Do You Have an Abundance or Scarcity Mindset?

Do You Have an Abundance or Scarcity Mindset?

As a business owner, your mindset is one of your greatest assets. Your mindset is the lens with which you view the world and your opportunities to succeed. It informs how you pursue your goals and how you lead your employees.  While your mindset was influenced in childhood by your family life, it’s something you can control and change.

Life feels like a constant struggle for those with a scarcity mindset. There’s never enough time or money or resources to do what needs to be done. Fear and worry wear them down and affect the morale of people around them.

On the other hand, those who have an abundance mindset always seem relaxed, even in the face of a challenge. They have confidence in themselves and a belief that things will work out. It’s not that they are naive or Pollyannna-ish; rather, they know that doing something moves them closer to their goal than worrying about how they might fail.

Not only is it easy to get stuck in a scarcity mindset, but it can also spread from your home life to your work life or vice versa. Taking a mindful approach to maintaining an abundance mindset will keep you from slipping into a self-defeating scarcity mindset. Here’s how:

Practice a beginner’s mind

Apply this Zen concept to approach each situation with fresh eyes, as if you are encountering it for the first time. A beginner’s mind allows you to see an abundance of possibilities because you won’t start with preconceptions based on negative experiences in the past. Thinking of yourself as a beginner also relieves you of the burden of having to know all the answers before you get started.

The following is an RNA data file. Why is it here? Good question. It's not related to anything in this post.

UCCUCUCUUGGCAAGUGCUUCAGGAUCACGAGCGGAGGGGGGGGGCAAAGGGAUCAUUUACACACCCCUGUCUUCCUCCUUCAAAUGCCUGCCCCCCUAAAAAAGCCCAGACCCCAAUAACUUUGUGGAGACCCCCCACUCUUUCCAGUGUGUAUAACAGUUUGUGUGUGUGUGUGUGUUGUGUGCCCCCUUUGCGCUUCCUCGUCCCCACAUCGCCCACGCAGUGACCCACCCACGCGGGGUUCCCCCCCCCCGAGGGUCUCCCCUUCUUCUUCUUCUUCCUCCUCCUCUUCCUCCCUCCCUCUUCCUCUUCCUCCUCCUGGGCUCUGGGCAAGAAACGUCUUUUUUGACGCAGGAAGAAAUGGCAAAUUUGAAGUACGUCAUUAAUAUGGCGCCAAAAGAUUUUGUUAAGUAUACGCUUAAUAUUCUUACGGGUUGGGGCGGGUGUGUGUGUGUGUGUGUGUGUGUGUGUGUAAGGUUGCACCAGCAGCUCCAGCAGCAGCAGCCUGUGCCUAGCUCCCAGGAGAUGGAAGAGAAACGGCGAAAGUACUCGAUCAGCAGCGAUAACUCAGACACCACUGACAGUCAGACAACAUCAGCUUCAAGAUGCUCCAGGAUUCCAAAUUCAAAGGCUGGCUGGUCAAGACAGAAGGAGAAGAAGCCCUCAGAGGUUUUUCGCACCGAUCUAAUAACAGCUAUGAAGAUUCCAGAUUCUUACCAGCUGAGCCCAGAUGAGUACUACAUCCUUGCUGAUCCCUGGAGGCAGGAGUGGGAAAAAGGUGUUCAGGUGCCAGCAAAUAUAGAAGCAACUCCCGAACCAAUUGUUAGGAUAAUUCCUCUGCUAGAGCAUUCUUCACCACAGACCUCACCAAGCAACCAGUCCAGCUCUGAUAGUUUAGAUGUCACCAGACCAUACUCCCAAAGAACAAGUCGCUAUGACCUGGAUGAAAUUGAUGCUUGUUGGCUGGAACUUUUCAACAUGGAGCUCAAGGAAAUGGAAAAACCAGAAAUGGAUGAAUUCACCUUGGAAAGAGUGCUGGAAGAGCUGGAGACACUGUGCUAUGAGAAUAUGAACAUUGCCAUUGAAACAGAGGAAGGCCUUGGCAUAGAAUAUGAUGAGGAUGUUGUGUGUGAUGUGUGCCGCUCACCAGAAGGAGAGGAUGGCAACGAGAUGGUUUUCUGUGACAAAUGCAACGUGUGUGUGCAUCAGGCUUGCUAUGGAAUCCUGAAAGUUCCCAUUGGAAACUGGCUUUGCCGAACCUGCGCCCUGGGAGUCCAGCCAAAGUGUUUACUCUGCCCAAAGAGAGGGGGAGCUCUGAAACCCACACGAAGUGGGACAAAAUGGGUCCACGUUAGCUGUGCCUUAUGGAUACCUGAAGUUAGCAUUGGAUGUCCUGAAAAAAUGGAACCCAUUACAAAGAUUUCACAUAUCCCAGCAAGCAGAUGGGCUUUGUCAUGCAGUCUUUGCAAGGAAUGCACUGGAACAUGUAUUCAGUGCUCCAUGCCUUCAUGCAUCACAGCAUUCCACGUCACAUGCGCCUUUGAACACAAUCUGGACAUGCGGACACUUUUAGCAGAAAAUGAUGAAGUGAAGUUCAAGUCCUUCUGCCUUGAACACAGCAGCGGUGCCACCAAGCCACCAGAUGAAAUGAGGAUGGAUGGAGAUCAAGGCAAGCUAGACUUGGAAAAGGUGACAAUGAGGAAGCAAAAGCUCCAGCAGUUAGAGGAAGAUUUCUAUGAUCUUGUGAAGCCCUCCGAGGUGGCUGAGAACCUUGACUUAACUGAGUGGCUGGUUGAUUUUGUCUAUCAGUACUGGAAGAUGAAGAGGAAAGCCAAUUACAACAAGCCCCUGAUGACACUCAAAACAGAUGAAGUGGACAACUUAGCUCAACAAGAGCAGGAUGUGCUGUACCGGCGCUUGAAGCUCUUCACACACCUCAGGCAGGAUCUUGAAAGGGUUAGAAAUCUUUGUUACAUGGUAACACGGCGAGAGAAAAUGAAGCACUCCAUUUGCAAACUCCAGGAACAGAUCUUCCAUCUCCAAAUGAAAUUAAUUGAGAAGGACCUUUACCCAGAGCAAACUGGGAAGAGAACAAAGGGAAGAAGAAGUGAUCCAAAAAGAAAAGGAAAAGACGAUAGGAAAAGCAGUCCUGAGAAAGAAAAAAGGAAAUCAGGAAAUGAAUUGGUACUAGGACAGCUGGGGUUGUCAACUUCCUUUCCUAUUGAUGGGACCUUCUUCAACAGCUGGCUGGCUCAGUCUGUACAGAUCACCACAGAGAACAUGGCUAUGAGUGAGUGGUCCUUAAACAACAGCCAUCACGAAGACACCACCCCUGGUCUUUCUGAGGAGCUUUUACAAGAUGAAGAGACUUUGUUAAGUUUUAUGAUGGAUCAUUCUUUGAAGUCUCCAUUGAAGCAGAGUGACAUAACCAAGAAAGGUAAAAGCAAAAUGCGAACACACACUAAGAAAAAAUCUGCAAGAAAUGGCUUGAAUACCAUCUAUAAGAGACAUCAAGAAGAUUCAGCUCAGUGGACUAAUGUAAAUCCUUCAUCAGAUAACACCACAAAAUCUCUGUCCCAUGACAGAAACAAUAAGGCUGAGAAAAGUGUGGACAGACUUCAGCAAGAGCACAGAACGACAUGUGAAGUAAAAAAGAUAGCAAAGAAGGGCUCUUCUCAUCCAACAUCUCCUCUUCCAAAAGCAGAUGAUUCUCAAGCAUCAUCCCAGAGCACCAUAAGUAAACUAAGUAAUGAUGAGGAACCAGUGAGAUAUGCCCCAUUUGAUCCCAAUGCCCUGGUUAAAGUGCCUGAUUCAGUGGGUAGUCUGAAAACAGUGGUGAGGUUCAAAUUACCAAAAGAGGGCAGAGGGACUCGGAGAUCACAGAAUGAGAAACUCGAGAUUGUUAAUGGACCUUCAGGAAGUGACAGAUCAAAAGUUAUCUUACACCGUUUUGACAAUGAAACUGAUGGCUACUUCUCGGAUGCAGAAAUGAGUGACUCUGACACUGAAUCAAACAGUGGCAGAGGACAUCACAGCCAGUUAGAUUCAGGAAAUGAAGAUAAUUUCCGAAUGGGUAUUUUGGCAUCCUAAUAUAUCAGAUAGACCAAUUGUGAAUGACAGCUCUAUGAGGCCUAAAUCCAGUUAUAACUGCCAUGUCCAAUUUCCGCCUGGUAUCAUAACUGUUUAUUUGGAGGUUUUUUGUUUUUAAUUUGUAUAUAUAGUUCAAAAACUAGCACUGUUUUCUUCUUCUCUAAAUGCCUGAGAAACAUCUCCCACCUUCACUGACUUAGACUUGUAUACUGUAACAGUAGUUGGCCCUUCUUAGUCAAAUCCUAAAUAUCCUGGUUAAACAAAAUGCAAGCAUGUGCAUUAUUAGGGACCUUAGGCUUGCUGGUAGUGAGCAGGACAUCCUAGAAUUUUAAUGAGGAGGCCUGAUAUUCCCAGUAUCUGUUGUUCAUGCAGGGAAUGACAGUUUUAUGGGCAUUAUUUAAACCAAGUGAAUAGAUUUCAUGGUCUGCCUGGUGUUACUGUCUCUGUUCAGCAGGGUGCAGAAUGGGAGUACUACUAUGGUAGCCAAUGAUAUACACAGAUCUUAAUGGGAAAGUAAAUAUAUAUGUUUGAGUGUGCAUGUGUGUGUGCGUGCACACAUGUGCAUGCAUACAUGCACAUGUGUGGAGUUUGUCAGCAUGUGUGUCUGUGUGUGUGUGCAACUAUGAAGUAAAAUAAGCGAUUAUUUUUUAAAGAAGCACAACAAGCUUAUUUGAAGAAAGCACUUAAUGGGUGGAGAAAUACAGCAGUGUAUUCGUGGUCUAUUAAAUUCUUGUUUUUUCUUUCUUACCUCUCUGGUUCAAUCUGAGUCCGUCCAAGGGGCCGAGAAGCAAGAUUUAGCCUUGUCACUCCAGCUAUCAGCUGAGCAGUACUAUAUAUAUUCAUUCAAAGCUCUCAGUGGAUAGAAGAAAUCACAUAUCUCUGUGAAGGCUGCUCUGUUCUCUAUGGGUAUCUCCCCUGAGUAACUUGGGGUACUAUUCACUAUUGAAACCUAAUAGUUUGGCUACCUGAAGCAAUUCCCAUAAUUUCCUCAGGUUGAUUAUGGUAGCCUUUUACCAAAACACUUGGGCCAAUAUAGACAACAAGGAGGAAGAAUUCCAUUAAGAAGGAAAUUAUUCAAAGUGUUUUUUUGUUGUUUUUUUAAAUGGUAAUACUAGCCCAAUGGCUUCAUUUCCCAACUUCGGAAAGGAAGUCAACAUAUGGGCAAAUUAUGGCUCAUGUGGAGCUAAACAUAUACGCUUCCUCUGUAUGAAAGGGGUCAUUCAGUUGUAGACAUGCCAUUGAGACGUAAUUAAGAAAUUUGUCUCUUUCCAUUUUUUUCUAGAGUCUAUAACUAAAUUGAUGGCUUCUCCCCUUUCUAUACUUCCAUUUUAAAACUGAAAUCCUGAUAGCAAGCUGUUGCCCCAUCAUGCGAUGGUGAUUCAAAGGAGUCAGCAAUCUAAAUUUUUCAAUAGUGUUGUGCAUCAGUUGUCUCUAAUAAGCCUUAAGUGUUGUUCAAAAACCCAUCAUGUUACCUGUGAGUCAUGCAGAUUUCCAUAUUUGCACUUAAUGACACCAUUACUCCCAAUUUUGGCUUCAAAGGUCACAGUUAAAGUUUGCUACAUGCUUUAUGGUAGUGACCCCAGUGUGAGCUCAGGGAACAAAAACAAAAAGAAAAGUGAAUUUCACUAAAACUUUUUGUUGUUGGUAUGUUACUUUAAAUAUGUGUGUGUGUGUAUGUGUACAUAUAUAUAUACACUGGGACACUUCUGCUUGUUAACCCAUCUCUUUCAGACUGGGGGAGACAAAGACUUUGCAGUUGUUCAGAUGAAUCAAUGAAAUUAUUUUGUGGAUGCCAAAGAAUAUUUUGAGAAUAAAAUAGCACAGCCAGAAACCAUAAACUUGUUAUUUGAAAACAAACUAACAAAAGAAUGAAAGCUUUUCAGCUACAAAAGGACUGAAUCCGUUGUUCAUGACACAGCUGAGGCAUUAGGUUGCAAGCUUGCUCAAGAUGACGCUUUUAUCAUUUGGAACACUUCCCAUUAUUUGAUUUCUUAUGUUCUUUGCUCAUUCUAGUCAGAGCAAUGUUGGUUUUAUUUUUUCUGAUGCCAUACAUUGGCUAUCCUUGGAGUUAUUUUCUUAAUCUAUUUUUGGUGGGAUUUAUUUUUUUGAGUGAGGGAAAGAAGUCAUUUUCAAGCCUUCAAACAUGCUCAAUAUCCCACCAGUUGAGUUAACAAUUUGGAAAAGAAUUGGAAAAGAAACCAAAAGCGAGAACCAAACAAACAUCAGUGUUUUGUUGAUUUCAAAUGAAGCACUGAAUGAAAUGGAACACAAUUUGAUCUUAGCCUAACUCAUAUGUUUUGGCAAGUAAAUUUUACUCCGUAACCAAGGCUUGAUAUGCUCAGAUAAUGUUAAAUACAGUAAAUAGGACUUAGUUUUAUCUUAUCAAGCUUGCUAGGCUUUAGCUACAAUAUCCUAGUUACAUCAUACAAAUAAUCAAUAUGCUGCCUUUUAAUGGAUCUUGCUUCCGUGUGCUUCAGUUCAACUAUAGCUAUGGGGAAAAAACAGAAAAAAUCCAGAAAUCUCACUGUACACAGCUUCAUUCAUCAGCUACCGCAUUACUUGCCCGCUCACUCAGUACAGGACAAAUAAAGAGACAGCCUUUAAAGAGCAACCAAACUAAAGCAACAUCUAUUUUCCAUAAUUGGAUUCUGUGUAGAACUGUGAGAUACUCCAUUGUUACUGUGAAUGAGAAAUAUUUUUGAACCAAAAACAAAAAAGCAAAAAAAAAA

Tap into the power of words

Your words are a source of inspiration or negativity for yourself and for your employees. Words affect your thinking and actions, so try to always use language that reflects your aspirations, not your doubts. Taking a moment each day to articulate your gratitude also helps reinforce an abundance mindset.

Flip your perspective

If you find yourself facing seemingly insurmountable obstacles, look at the situation in a completely different way. Maybe you can’t build a bridge, but can you discover a different route to the same destination?

First think big, then narrow your options

To avoid getting bogged down by limitations, focus on finding all the opportunities in a situation before identifying obstacles. If your starting point is overwhelmingly negative, it takes more work and greater momentum to envision a positive outcome. Once you’ve identified possibilities, then you can begin to evaluate the pros and cons of your options.

Surround yourself with people who share your abundance mindset

It’s challenging to row against the flow. If everyone around you shares a scarcity mindset, it’s hard to remain positive. Your attitude also influences the people who work with you — abundance is contagious!